The luck of the Irish

Tuesday, March 17th. Erin go Bragh. And all the pubs are closed.

Canada is closed and Mexico is considering closing its border with the US.

Don’t drop your iPhone. Apple stores are also closed until further notice.

What will the worldwide shutdown do to the global economy? It’s still an open question. In a Times article, Neil Irwin highlights the basic underpinning of any economy, “One person’s spending is another person’s income,” and takes it from there.

Bye bye Tom Brady. Not such a big deal really, in context.

An interesting and important fact about Covid-19: some infections are mild and the people that have them are less infectious to others. Many of these mild cases are under the radar. But when they do spread to another person, that new infection is not necessarily mild.

Old people are complaining about young people. Young people are complaining about old people. Sounds about right. Some people seem to think they’re going to need a gun to defend their toilet paper. I doubt that will be necessary. This is not an apocalyptic every-man-for-himself scenario. This is more of a we’re-all-in-this-together-let’s-all-pitch-in situation. Taylor Swift is helping. And supermarket workers. Also Gov. Mike DeWine. Not helping? …Ron Paul, Softbank and people who spread stupid rumors.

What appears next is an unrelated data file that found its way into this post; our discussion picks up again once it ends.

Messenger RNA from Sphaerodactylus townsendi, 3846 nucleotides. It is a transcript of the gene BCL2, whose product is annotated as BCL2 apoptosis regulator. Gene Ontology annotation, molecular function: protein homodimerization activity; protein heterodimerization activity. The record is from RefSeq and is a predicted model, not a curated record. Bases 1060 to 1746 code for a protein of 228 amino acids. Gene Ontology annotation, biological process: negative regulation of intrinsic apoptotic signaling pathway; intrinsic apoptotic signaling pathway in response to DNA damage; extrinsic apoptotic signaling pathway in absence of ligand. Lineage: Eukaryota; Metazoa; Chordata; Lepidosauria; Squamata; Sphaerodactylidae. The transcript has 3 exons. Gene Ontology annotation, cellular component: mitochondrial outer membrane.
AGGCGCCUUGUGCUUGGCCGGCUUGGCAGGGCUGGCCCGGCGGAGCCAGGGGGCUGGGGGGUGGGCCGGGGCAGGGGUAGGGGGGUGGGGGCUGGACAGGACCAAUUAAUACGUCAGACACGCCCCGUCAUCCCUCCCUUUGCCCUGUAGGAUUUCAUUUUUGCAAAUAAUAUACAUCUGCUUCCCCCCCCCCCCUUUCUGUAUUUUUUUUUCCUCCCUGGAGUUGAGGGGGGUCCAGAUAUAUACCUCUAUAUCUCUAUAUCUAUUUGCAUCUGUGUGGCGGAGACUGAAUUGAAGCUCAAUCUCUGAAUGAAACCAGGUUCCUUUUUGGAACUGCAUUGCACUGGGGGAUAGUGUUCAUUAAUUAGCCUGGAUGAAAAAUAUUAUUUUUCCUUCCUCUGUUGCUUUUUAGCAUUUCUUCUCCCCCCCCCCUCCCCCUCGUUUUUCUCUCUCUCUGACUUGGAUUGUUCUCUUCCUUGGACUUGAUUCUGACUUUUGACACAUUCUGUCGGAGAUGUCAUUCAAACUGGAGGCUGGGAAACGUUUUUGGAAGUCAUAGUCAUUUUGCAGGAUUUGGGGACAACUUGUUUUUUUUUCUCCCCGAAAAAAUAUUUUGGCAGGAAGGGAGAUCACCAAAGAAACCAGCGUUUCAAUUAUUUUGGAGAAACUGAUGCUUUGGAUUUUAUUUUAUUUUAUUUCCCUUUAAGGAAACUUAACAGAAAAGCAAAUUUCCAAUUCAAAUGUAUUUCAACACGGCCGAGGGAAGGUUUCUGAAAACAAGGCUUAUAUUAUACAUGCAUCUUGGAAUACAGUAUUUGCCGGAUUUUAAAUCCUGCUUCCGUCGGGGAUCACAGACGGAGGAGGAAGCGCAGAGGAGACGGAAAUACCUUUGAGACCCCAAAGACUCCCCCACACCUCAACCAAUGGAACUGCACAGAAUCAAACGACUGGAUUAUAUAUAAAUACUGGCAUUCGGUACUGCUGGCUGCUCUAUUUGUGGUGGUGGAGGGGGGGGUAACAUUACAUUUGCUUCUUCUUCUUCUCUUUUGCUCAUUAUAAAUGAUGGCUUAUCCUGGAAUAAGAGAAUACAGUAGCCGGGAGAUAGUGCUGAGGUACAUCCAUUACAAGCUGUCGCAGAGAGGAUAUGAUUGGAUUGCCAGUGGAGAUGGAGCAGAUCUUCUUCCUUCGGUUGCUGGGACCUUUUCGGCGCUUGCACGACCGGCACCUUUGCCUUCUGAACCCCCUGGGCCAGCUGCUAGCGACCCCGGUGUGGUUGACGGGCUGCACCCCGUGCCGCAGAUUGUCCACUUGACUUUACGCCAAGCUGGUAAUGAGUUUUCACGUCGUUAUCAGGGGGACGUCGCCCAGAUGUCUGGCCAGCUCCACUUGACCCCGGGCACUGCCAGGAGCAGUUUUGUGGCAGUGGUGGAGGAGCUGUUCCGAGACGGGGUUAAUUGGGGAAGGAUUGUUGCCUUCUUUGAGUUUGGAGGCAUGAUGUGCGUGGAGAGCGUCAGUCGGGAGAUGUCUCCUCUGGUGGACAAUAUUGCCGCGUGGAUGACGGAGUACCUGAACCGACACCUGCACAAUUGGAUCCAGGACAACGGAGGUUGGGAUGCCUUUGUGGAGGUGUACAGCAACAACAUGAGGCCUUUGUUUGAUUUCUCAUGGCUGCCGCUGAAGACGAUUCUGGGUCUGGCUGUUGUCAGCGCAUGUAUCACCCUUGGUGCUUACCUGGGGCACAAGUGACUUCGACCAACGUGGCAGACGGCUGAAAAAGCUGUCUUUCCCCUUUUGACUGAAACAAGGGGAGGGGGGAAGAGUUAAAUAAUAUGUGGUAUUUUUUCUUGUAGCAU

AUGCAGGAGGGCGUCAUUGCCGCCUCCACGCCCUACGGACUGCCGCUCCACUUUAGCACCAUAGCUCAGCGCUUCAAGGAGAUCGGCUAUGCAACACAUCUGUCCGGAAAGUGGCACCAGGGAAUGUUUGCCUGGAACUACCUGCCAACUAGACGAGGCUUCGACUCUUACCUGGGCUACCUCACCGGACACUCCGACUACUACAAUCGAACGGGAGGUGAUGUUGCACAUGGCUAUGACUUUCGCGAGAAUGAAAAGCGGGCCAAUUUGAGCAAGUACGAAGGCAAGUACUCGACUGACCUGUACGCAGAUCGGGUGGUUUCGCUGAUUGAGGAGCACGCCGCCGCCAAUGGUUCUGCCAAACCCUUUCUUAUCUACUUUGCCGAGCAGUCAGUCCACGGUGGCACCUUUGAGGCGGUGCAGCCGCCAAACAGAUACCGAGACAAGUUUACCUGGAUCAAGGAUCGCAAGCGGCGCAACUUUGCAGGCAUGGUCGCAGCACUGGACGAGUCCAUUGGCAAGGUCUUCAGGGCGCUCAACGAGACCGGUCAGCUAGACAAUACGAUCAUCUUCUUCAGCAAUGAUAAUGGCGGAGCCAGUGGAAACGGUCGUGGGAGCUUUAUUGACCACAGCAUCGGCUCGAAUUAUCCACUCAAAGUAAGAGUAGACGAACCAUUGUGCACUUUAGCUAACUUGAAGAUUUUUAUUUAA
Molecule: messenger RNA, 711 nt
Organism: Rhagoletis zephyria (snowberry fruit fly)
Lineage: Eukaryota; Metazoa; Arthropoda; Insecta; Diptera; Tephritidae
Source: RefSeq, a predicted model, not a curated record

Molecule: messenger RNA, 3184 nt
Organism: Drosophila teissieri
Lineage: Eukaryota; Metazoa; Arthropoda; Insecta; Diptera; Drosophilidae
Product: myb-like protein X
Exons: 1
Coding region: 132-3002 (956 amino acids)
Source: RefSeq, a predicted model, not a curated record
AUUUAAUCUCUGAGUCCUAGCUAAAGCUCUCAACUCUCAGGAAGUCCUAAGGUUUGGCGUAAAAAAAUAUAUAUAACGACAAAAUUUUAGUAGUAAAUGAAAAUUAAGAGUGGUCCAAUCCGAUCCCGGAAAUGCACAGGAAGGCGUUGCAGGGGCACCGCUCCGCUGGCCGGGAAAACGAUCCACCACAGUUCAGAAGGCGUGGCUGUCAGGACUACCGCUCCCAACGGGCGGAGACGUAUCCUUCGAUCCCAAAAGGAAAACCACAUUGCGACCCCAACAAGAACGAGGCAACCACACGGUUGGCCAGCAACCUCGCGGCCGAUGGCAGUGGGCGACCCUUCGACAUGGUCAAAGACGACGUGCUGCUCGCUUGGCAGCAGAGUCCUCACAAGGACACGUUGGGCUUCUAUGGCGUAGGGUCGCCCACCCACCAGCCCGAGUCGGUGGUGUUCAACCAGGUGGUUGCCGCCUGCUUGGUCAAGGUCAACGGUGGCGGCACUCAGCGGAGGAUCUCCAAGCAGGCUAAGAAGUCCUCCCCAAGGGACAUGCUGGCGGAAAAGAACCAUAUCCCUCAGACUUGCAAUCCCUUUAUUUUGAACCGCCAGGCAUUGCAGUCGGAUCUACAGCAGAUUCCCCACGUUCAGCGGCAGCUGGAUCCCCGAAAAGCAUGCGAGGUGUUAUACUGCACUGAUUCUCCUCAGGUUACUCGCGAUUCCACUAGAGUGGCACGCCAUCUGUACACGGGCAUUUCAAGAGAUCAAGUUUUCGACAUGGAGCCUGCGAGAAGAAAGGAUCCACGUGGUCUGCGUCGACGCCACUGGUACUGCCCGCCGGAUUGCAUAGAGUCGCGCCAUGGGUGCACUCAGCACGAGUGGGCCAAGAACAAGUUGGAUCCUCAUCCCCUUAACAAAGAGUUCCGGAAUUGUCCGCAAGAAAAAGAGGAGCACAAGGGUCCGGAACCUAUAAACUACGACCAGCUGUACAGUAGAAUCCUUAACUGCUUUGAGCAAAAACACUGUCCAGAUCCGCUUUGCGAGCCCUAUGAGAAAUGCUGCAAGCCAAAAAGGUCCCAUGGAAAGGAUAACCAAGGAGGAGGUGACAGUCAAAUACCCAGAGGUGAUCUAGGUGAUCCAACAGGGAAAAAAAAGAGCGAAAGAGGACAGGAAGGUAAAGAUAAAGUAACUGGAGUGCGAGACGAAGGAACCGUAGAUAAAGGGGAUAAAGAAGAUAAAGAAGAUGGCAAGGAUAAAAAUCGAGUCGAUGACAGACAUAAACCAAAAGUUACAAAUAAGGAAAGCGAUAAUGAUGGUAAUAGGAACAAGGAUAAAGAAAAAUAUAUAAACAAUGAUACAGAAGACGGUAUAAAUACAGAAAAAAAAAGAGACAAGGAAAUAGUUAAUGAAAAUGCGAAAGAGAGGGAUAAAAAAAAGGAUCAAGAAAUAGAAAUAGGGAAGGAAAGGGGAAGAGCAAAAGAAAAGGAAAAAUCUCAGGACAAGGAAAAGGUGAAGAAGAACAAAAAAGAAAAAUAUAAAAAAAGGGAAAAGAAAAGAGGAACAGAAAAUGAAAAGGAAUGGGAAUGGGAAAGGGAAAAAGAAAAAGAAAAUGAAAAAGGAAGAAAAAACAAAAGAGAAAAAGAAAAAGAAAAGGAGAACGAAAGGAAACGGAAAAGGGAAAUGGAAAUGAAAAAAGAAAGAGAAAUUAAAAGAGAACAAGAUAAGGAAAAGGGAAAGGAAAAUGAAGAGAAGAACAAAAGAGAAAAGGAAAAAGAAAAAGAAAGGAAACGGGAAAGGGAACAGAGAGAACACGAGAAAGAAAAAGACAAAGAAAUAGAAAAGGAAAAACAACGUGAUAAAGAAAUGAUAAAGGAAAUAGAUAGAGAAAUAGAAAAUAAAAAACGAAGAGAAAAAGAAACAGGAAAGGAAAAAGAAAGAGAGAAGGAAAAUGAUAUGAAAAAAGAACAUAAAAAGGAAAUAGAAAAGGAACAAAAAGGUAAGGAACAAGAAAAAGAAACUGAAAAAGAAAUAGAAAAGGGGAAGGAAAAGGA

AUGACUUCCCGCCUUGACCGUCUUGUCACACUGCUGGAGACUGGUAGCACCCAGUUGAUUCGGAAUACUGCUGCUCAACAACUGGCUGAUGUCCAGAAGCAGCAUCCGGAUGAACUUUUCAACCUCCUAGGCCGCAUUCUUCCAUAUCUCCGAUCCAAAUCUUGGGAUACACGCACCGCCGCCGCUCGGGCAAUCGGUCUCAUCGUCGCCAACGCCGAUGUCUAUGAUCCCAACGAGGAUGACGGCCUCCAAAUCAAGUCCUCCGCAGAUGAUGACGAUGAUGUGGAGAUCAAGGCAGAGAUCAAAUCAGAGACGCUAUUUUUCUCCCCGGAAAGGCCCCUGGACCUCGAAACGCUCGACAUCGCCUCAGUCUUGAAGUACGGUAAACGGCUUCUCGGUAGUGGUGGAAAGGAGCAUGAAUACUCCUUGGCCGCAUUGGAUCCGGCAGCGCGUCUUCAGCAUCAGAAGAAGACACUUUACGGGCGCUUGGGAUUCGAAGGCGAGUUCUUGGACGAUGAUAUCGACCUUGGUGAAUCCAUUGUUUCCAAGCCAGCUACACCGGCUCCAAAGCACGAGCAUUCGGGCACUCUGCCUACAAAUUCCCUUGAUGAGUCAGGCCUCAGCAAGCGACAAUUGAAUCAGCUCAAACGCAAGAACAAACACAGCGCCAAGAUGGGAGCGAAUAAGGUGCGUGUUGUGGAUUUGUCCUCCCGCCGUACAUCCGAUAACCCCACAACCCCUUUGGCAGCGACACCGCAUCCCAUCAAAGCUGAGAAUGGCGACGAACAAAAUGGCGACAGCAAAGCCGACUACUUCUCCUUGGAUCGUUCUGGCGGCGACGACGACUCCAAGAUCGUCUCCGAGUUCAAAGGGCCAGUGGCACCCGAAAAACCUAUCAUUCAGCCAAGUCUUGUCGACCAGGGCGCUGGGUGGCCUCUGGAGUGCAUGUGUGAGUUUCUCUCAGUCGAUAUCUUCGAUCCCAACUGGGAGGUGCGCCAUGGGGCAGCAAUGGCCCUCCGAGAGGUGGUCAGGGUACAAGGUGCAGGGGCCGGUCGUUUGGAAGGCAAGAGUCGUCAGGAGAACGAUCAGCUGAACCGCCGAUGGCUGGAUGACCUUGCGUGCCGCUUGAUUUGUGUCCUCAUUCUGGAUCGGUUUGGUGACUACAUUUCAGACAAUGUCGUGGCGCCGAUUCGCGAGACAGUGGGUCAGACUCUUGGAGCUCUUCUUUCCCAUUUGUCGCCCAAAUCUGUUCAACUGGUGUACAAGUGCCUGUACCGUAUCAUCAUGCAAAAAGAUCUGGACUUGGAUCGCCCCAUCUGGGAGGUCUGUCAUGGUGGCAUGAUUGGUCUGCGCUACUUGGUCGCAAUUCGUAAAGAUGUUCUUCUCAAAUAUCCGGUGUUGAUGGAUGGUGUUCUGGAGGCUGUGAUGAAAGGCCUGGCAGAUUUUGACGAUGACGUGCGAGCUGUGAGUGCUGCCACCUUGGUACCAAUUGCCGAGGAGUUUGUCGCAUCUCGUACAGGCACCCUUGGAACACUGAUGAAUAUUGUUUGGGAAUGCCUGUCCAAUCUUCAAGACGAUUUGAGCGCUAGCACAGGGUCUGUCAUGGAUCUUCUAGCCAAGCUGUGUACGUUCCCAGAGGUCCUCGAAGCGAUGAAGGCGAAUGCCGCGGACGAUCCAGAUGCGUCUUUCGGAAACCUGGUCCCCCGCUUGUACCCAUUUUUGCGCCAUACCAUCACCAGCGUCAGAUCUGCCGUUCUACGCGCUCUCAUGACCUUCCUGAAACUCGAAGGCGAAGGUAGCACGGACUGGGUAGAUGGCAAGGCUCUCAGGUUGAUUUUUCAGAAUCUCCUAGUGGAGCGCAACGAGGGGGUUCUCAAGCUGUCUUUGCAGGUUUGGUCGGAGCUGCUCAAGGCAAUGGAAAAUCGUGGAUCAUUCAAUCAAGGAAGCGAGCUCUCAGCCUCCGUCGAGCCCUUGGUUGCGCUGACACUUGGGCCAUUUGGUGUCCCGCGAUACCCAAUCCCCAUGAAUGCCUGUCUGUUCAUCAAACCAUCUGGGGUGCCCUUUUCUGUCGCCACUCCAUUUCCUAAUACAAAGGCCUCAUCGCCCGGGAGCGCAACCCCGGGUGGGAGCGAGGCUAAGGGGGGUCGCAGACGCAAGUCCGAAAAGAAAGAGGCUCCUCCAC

And, if you watch anything today, watch this.

Supply and demand

Saturday, March 14th… Pi day.

Bill Gates is stepping down from the Microsoft board. It’s the end of an era.

Just a few quick updates today. We’re all exhausted and anxious enough as it is. This chart comparing Italy’s rate of coronavirus spread to what’s happening in the US is pretty ominous if it holds up. The hope is that the extensive cancellations and social distancing will blunt the impact for us. Chinese billionaire and Alibaba founder Jack Ma is donating a million masks and half a million test kits to the US. At the other end of the spectrum, this couple is profiteering from the virus.

If you’re homebound and looking for something to watch, the new season of Westworld starts tomorrow. Here’s what you need to know in case you forget where they left off, which wouldn’t be hard.

Apple’s annual developer conference, WWDC, has not been cancelled. It’s just going virtual.

And in Pembroke Pines, there’s an APB out for a cow. Faster than it looks, they say.

Winnowing the field

Wednesday, March 4th. The day, in 1966, that John Lennon put his foot in his mouth.

Brady for Garoppolo? Works for me.

With Biden’s strong showing we’re definitely down to two now in the race for the Democratic nomination. The stock market is even anticipating a ‘Biden bounce‘ today, although I’d be cautious about that with everything else that’s going on. It doesn’t look good for Warren. And Bloomberg will probably end his campaign, which makes sense. The only reason he was needed in the race was as insurance for moderates that Biden wouldn’t crash out. That youth surge for Sanders didn’t seem to materialize. According to Aaron Blake, only about 1 in 8 voters yesterday was under 30. More than two-thirds were over 45. Old people vote.